Published: Nov. 1, 2021

With November being National Native American Heritage Month, now is a great time to attend events, learn about campus resources and celebrate the community around you. While this month is specifically dedicated to celebrating Indigenous peoples, we encourage you to continue to learn and celebrate throughout the year!

Things to know

  • Native American Heritage Month is a celebration that pays tribute to the rich ancestry, diverse cultures and traditions of Native Americans, Alaska Natives and Native Hawaiians. Learn more about how this celebration began
  • In October 2020, the CU Office of the President issued the first CU systemwide land recognition acknowledgement. The Center for Native American and Indigenous Studies (CNAIS) is working with CU Boulder’s Idea Council to establish a CU Boulder-specific statement
  • Our Cheyenne Arapaho residence hall honors the Cheyenne and Arapaho peoples and the contributions they have made as the original inhabitants and caretakers of the pre-settlement Colorado plains. Previously named Nichols Hall, the protests to change the name were a 20 year long effort by students from all backgrounds, student governments, Oyate - the Native American Student organization at CU Boulder, staff and faculty. Learn more about the full story of Nichols Hall. This effort began in 1968 and finally in 1987, with the advocacy of Norma Rendon, an Oglala Lakota, and other students, the Board of Regents decided to change the name of the residence hall. Protests continued and it wasn’t until 1989 that Roberta Manuelito, a Diné student, with fellow students, observed the adoption of the name Cheyenne Arapaho Hall by the Board of Regents.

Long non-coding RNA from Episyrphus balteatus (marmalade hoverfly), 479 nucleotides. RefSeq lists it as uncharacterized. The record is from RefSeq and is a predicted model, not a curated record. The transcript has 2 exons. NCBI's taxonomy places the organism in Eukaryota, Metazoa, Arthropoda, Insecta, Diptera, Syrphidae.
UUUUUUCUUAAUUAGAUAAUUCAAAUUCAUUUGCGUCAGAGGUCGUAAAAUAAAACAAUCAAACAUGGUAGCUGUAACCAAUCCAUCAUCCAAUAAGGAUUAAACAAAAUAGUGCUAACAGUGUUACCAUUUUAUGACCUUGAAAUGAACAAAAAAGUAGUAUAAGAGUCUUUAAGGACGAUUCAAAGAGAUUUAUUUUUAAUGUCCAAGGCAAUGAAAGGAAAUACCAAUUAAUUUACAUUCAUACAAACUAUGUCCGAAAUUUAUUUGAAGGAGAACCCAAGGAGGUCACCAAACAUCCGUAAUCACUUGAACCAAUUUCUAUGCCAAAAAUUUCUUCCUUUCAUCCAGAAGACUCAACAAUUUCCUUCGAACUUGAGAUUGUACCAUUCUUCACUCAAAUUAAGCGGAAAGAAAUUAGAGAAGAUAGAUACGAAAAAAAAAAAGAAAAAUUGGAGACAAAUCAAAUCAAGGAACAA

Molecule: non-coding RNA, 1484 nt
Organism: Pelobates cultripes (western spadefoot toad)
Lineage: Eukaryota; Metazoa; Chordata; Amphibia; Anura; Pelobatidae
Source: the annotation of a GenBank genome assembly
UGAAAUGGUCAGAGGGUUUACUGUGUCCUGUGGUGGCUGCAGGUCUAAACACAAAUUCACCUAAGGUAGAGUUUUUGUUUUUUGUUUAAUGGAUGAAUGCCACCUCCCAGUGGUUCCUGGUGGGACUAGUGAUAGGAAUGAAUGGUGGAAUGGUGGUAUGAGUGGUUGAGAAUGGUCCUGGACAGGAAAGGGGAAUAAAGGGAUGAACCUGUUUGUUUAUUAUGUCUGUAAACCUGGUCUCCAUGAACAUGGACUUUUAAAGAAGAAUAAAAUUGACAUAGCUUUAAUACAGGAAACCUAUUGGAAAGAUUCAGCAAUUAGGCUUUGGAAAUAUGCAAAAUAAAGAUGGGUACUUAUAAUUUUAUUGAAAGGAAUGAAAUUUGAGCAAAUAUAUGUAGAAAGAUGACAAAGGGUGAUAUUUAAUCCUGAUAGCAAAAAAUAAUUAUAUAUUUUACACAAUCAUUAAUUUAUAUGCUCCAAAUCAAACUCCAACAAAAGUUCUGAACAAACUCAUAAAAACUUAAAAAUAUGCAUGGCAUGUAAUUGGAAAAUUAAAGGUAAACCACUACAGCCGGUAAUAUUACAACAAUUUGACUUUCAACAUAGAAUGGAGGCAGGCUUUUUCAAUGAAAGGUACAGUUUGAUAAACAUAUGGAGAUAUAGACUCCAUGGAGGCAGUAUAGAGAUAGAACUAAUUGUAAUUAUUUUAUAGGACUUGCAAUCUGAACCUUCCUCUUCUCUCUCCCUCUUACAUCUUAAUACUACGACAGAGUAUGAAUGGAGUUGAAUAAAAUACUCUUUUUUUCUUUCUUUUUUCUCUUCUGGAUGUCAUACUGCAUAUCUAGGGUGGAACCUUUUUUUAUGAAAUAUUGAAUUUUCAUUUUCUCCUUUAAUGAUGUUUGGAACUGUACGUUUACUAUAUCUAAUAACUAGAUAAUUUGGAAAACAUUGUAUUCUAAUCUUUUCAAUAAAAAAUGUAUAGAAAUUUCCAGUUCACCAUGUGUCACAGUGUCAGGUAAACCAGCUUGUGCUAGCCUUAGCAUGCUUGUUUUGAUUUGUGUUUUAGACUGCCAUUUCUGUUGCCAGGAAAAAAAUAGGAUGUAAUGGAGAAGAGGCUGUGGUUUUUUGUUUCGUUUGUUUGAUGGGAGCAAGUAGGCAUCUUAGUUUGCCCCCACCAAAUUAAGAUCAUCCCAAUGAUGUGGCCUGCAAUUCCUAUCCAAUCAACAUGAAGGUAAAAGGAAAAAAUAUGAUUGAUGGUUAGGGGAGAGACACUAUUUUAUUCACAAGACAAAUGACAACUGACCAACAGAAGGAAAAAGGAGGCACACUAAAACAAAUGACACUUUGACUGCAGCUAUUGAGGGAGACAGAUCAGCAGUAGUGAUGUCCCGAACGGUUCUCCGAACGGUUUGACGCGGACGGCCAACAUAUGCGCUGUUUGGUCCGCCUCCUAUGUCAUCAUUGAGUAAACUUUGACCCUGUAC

• Even though the history of Native American students at CU Boulder has been difficult, in 1969, Charles Cambridge, a Diné student, began campaigning for American Indian students who are enrolled tribal members of Federally Recognized Tribes to attend CU Boulder as in-state tuition students. He was also the first American Indian to earn a doctoral degree from CU Boulder. Read more about Dr. Cambridge and his contributions to the university.

  • After 50 years of effort by CU community members, alumni and the Board of Regents, Gov. Jared Polis signed the in-state tuition bill on June 28, 2021. This bill grants Native American students who are enrolled in a tribe that is historically linked to Colorado to receive in-state tuition. 

Upcoming events

Participate in campus events to hear from Indigenous voices and perspectives, learn, find community and more. 

To hear from Indigenous perspectives:

Indigenous Planning: Community Development Practices
Nov. 1, 5:15-6 p.m., virtual

Join the conversation with Laura Harjo, an associate professor for Native American Studies in the University of Oklahoma, while she shares ways of carrying out Indigenous planning processes that are focused on the futures that communities wish to live in. Check out the Zoom link to take part in this event. 

Run to Be Visible: Film Screening and Discussion